The signs that a colleague may be struggling are as diverse as the people themselves
Manager of Freeman Brothers Funeral Directors
As part of the Our Frontline campaign to support the mental health of all those out working to protect us during the coronavirus crisis, we’ll be regularly sharing stories, tips and other thoughts about what life is like for them at the moment, in their own words.
Abi is the Manager of Freeman Brothers Funeral Directors. The firm has seen an increase in workload during the pandemic, but have pulled together as a team to keep their spirits up and ensure their mental wellbeing is supported.
As the Manager of Freeman Brothers Funeral Directors, I feel those in senior positions are essential in encouraging team members to reach out for mental health support, and creating a work environment which fosters supportive conversations about wellbeing. This can be achieved in several ways. For example, our trade associations have sector-specific employee support hotlines and I ensured that my team knew how to access those, but also knew that they were confidential. There are also initiatives such as Our Frontline offering confidential support to all key workers. l think in small teams where you are communicating daily about various issues, it is easier to. Being aware of relationships and understanding who team members are close to and might means you can check up from a distance.
Being honest about times when you have struggled in the past is useful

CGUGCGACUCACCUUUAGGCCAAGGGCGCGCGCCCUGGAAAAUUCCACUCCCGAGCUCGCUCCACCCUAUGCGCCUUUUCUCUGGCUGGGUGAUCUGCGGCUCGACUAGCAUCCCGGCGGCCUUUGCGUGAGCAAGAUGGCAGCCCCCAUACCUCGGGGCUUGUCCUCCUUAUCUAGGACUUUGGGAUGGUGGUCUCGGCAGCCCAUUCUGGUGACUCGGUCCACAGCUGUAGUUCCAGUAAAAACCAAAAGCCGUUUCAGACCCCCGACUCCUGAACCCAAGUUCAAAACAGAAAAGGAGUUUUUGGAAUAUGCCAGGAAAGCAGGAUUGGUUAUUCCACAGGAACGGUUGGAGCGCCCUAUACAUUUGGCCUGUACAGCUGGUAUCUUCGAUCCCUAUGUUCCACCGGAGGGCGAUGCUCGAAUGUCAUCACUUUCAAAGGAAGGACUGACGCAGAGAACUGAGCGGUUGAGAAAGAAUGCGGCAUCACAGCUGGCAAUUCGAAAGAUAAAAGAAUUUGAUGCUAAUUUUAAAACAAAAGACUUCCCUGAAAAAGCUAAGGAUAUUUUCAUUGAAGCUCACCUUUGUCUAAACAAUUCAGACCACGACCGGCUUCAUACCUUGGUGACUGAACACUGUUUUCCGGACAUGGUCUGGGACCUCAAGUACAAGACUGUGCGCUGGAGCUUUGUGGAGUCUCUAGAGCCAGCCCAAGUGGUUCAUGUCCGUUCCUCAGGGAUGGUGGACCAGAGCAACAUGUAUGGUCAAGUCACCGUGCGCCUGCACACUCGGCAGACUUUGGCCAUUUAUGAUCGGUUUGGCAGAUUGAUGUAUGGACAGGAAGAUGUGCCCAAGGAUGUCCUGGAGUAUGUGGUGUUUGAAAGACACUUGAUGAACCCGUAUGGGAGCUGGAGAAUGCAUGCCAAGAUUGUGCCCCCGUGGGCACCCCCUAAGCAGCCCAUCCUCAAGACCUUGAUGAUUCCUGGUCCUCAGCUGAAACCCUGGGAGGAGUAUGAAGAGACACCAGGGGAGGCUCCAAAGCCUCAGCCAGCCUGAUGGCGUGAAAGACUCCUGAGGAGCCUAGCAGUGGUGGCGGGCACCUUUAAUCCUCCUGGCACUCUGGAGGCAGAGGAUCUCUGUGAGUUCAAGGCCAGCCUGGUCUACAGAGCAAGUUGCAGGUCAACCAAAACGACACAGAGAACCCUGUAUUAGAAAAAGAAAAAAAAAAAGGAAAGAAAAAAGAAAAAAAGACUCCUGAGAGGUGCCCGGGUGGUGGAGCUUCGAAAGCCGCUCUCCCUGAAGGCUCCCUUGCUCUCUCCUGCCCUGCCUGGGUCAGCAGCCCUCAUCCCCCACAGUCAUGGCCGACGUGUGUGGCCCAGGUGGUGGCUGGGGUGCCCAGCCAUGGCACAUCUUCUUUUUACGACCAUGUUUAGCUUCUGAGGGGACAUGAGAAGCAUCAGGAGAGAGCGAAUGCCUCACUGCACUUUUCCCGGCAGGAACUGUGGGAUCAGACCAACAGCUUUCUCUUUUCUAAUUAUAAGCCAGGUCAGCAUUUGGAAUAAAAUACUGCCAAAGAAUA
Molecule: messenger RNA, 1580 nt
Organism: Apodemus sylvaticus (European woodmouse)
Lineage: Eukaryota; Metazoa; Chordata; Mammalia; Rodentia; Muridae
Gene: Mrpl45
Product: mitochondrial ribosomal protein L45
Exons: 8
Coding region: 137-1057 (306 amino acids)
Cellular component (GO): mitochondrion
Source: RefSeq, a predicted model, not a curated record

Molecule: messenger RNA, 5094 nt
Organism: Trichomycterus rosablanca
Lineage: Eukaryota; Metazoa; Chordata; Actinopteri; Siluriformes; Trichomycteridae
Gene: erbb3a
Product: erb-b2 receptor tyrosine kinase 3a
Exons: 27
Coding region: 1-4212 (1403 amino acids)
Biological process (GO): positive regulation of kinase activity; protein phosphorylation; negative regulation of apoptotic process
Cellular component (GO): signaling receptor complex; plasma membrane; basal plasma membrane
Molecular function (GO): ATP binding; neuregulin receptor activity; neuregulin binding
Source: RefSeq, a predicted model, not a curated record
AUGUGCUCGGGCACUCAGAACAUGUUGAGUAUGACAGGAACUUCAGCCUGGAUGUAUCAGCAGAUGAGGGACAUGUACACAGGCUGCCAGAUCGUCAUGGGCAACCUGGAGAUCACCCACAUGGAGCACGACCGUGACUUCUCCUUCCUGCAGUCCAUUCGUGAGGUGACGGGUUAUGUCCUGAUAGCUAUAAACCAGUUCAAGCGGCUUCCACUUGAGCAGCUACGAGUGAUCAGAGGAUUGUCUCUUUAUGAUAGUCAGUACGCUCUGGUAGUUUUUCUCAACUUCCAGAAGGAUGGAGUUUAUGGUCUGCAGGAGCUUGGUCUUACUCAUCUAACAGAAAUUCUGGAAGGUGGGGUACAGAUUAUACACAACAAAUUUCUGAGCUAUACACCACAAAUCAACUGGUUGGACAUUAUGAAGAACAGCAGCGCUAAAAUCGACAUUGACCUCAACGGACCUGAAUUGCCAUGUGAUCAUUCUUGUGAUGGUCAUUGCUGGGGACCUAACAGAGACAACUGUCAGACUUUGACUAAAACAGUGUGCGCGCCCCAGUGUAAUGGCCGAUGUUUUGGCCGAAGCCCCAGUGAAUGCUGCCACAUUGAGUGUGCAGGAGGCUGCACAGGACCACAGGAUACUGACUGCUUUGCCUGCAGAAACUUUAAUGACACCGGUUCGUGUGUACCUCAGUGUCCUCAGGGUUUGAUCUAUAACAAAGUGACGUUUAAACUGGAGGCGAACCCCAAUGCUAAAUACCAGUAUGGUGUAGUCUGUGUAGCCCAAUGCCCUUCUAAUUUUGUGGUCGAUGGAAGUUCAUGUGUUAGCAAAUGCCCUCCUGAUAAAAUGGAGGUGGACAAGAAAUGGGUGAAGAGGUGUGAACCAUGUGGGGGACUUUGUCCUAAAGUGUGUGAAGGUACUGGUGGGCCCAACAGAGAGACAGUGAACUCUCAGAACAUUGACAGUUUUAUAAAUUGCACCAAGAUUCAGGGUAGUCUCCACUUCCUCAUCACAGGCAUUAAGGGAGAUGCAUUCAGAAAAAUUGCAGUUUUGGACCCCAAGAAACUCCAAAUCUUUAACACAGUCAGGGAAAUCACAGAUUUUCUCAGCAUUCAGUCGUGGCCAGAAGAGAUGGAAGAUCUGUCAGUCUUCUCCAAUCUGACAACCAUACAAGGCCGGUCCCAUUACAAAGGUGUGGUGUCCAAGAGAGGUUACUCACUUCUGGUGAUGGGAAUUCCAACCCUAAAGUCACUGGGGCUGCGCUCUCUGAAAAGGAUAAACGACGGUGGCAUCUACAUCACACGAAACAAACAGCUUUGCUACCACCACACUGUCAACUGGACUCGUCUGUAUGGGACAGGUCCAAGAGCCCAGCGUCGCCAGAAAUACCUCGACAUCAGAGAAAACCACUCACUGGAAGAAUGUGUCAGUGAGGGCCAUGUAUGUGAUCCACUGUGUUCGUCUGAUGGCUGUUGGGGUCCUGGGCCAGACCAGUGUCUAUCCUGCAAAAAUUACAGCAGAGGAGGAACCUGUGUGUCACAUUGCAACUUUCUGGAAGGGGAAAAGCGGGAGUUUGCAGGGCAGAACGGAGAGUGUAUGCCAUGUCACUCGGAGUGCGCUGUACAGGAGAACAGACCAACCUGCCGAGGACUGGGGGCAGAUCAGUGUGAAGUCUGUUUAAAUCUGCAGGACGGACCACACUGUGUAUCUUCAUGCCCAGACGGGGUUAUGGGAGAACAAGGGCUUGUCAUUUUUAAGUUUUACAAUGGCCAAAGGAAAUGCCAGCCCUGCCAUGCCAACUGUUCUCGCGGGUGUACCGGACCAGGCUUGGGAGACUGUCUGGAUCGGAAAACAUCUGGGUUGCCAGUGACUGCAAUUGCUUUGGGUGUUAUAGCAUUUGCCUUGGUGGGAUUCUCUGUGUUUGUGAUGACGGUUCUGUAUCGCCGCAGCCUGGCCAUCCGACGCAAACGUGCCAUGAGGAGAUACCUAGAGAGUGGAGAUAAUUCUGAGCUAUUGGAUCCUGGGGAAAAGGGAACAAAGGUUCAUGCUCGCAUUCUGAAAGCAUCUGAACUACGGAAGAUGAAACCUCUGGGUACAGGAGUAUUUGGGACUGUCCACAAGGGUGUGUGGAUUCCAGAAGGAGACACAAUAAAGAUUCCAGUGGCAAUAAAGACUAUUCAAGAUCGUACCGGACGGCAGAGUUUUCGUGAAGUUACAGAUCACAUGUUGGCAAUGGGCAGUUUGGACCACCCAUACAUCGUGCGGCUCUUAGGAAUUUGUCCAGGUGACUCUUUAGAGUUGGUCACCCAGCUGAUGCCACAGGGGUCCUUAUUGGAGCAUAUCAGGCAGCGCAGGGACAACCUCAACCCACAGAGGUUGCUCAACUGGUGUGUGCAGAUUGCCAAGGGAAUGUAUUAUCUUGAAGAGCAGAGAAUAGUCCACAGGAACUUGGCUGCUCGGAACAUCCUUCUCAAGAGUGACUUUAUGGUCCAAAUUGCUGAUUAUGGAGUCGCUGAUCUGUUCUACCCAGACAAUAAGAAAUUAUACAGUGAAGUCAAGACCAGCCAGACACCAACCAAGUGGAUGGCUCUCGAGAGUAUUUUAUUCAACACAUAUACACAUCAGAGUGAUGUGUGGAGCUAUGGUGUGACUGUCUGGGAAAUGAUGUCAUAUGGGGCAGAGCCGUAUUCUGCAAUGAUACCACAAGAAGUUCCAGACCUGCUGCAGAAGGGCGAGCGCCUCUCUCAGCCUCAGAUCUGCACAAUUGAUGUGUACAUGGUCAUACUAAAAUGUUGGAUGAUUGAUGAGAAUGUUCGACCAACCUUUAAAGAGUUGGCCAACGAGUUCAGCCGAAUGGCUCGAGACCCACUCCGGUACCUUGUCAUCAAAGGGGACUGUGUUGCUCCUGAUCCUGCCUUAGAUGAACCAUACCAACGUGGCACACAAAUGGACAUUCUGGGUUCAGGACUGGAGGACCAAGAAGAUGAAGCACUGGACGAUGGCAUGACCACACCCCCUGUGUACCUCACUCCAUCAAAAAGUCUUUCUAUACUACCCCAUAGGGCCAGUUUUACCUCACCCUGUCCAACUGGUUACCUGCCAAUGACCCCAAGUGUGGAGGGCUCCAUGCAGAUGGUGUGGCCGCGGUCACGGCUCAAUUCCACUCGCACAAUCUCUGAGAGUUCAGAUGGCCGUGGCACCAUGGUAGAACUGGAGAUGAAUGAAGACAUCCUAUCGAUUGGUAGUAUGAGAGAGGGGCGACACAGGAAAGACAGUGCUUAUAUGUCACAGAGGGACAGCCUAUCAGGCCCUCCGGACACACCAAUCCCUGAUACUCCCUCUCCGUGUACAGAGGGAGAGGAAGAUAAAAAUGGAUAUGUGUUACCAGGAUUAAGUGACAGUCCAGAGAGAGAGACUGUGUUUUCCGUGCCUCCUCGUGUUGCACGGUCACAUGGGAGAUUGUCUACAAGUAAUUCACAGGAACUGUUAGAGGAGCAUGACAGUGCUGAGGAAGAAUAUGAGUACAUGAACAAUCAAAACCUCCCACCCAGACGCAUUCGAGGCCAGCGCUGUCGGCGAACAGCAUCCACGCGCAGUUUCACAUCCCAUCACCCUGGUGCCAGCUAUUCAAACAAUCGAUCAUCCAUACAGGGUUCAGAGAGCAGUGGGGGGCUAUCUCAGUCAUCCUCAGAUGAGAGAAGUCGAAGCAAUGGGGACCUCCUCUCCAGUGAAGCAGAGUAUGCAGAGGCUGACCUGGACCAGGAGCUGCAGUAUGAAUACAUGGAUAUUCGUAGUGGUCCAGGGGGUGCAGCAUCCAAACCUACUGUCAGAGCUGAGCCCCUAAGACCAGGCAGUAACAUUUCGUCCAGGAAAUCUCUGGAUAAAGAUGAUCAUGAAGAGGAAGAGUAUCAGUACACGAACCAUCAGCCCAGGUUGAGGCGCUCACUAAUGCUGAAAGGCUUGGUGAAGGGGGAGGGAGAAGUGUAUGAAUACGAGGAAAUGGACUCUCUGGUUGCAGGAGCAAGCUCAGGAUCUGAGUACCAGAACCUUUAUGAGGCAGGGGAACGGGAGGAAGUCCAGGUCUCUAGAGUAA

I also find that being honest about times when you have struggled in the past, or indeed are struggling now, is useful. I particularly keep in mind that a significant part of our workforce is men under the age of 45 which we know is a key demographic that struggles with mental health issues and so transparency and openness which encourage talking, in whatever forum, is very important.
During the initial phase of the COVID-19 pandemic, as funeral directors we were busy (which is stressful in itself), leading tofor on-call teams who may be woken more than usual to respond in the night. It was important to differentiate ‘normal’ responses to the fear and uncertainty we felt around with something more serious or longer-lasting.
I’ve noticed that the signs that a colleague may be struggling with their mental health have been as diverse as the people themselves. Sometimes it depends on knowing people’s characters so, for example someone cheerful and vocal may become withdrawn. Equally, a quieter team member might become louder as if they are overcompensating. Changes in attendance or punctuality are another indicator.
We have really bonded together as a team
Keeping up morale throughout this difficult year has been crucial. At Freeman brothers, we’ve ensured there were plenty of healthy snacks (and a few non-healthy treats) available to keep the team’s nutrient levels up. Several team members have embraced the trend for baking and shared recipes and their results. We have a staff newsletter where colleagues can share jokes, recommendations about good service they have received from other local businesses and celebrate birthdays and other events. We also planned some fun activities such as a baby shower for a colleague starting maternity leave, and have done more of this during the second lockdown to try to keep spirits up. Like other key workers, we have really bonded together as a team during this very difficult period – shared experiences tend to do that, in my experience – which I hope will be helpful in future times.